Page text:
I’ve had various responses from people when the subject of my retinal detachment has first arisen in conversation. Responses have varied hugely from a bemused, “You mean you actually lost your sight?” to a slightly accusatory, “How did you manage that?!” to a genuinely baffled, “But I thought that was something that only happened to rugby players!”. Personally, I sometimes wonder if I did something hideously dreadful in a previous life and am now being soundly punished for it. But in answer to the above questions: yes, when the first detachment happened, I did lose most of the sight in my right eye. At the moment, I do have sight in that eye, although it’s extremely poor and I’ve lost a lot of peripheral vision. As to how I managed to detach my retina – I did absolutely nothing at all to cause it. Doctors have assured me that even the flight to Berlin (see How it all began, if you’re wondering what I’m talking about here) did nothing to either cause it or make it worse. The rugby player theory is clearly incorrect, as despite my broad, brawny shoulders and prowess on the sports field*, I’ve never played rugby in my life and certainly have no intention of ever doing so now.
So why, then? Why did my retina detach so suddenly and spectacularly, completely out of the blue? According to the RNIB, retinal detachment only affects one in 10,000 people each year, so it’s not exactly a common occurrence. I had received no blow to the head (unless you count the fact that I cracked it open when I was at junior school); I wasn’t born prematurely (in fact I was a fashionable three weeks late**); I’m not diabetic; and although I’d always been short-sighted, this wasn’t bad enough for it to be a concern in terms of increasing my risk of RD. (Myopia of -6 or more is where this becomes more of a worry.)
The reason for my detachment, according to the detailed notes made by the friendly doctor in the Berlin eye hospital, was a retinal tear as a result of lattice degeneration. The tear had rapidly progressed to a detachment, as the vitreous fluid seeped through the break and pulled the retina away from its place at the back of the eye. Lattice degeneration was also noted as the cause of the two tears in my left retina, which were diagnosed at the same time.
So what is this wretched lattice degeneration which has wreaked such havoc upon my life, and why do I have it? (You see – there’s that wailing, ‘but why’ again!) Well. Lattice degeneration is basically a thinning of the edges of the retina, in a lattice pattern. I imagine it as being a bit like when the heel of a sock starts to wear through, showing the weave of the fabric. As the retina is thinner in the areas affected by lattice degeneration, holes or tears are more likely to develop which can then progress to a detachment as explained above.
Figures vary as to how common lattice degeneration is, but it appears to affect between 6-10% of the general population. Of this 6-10%, apparently the risk of retinal detachment is about 1%. Many people will live in blissful ignorance as lattice degeneration itself is asymptomatic so usually it’s only found as a result of complications such as – ironically – a retinal tear or detachment. Often, both eyes are affected by lattice degeneration, and the risk of RD also increases in the fellow eye following a detachment in one eye. Hopefully, this will help my critics to understand that my fear for my good eye is actually based on hard facts and statistics, rather than ‘negativity’ on my part.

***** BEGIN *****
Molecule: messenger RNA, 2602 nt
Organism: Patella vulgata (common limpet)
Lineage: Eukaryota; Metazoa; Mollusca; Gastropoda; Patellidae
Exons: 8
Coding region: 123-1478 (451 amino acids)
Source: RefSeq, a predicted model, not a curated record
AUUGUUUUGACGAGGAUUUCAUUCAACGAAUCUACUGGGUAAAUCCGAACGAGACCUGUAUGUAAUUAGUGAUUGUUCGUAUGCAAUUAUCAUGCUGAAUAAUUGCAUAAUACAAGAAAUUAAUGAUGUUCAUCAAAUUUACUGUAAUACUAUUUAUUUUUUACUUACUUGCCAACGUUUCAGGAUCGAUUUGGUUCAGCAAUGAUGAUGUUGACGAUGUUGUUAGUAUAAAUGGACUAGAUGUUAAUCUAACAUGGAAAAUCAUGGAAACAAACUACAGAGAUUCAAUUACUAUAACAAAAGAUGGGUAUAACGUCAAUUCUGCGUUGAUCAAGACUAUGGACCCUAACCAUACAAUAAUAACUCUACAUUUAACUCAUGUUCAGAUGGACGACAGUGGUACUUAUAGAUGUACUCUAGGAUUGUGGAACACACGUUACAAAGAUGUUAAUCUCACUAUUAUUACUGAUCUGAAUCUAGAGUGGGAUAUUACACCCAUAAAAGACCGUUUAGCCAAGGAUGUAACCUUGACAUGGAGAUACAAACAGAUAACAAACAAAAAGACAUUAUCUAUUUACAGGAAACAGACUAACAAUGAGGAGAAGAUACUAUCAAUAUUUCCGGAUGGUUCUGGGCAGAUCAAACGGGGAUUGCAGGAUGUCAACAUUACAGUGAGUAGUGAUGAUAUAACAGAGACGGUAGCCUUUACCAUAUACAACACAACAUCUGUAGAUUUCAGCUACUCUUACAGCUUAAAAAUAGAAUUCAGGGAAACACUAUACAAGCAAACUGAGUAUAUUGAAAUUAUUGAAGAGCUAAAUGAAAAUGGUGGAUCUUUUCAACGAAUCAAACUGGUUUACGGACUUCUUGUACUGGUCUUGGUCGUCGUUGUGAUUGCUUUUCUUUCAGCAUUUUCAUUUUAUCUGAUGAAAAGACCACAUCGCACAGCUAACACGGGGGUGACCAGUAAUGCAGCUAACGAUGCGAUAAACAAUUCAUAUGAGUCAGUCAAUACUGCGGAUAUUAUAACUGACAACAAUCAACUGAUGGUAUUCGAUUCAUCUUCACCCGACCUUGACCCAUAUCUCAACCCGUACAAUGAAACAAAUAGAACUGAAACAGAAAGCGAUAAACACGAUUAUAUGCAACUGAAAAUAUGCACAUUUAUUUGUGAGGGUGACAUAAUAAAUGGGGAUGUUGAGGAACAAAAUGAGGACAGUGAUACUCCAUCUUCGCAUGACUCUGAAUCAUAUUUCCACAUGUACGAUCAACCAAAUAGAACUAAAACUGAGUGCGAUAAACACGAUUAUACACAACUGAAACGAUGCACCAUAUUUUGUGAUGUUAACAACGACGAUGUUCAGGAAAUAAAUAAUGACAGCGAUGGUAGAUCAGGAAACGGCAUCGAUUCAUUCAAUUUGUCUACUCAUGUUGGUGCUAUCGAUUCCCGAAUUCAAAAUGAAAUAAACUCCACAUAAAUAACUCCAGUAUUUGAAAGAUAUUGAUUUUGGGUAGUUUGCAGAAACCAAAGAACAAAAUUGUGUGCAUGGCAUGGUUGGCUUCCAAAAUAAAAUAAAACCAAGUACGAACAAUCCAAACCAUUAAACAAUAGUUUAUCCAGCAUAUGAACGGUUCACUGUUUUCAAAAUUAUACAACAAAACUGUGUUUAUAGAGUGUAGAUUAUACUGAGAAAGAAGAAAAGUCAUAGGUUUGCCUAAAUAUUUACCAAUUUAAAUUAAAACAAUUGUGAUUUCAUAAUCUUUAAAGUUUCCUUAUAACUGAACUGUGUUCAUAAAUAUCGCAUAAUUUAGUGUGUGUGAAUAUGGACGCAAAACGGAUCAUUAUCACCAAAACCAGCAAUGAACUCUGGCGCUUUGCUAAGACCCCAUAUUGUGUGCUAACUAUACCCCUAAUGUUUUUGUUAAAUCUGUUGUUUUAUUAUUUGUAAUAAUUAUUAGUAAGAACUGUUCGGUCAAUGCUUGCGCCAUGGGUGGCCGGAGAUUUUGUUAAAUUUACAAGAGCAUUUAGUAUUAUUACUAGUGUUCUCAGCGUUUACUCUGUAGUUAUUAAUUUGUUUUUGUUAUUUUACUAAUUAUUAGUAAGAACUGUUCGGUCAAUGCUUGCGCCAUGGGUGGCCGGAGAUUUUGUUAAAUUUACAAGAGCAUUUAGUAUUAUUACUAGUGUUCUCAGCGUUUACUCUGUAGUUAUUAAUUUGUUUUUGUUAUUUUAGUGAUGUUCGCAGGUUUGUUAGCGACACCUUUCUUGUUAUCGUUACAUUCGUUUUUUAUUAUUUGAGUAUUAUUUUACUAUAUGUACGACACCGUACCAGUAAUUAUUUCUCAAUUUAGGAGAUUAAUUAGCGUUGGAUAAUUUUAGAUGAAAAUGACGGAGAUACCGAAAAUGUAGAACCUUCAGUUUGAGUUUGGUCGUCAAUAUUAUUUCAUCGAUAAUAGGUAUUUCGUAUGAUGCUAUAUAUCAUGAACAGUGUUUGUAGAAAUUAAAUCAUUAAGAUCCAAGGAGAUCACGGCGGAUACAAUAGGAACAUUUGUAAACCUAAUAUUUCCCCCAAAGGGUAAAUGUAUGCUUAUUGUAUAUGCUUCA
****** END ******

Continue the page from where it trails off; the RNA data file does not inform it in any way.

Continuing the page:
So – why do people get lattice degeneration, and why do I have it? After extensive consultations with Dr Google, it appears that the answer to the first question is that we just don’t know. There doesn’t seem to be a clear answer as to why I’ve got it either, but I’m absolutely convinced that my eye problems are hereditary and it seems from what I’ve read that Dr Google is inclined to agree. My Gran had eye problems and I can remember talk of her having a hole in her retina, although she never underwent retinal surgery. Unfortunately, I’ll never know exactly what the issue was, but I think there’s a strong possibility that lattice degeneration was involved. I’d give anything to be able to have a good old chat with her about it all, but then on the other hand I’m thankful that she didn’t live to know about my eye issues as she would have been hugely upset.
The suspicion of a hereditary link doesn’t end with my Gran, though. My cousin experienced a retinal tear when he was in his twenties, and underwent laser surgery to get it fixed. Fortunately, he hasn’t had any problems since, but again I do wonder whether lattice degeneration was the cause of the tear. He was simply told that he had ‘weak retinas’, and of course lattice degeneration does weaken the retina in the affected areas.
So… that’s why my retina detached the first time – lattice degeneration. As to why the darn thing keeps detaching… well that’s PVR. If you’re interested, you can read more about PVR in my earlier post, The curse of PVR.
*For those readers who don’t know me, I should probably confess that my shoulders are narrow and rather bony, and my only prowess on the sports field was the ability during my school days to always be the last person to be picked on any sports team. I was rather good at running away from the ball, too.
**The first, and almost certainly the only, time I have ever been fashionable in my entire life.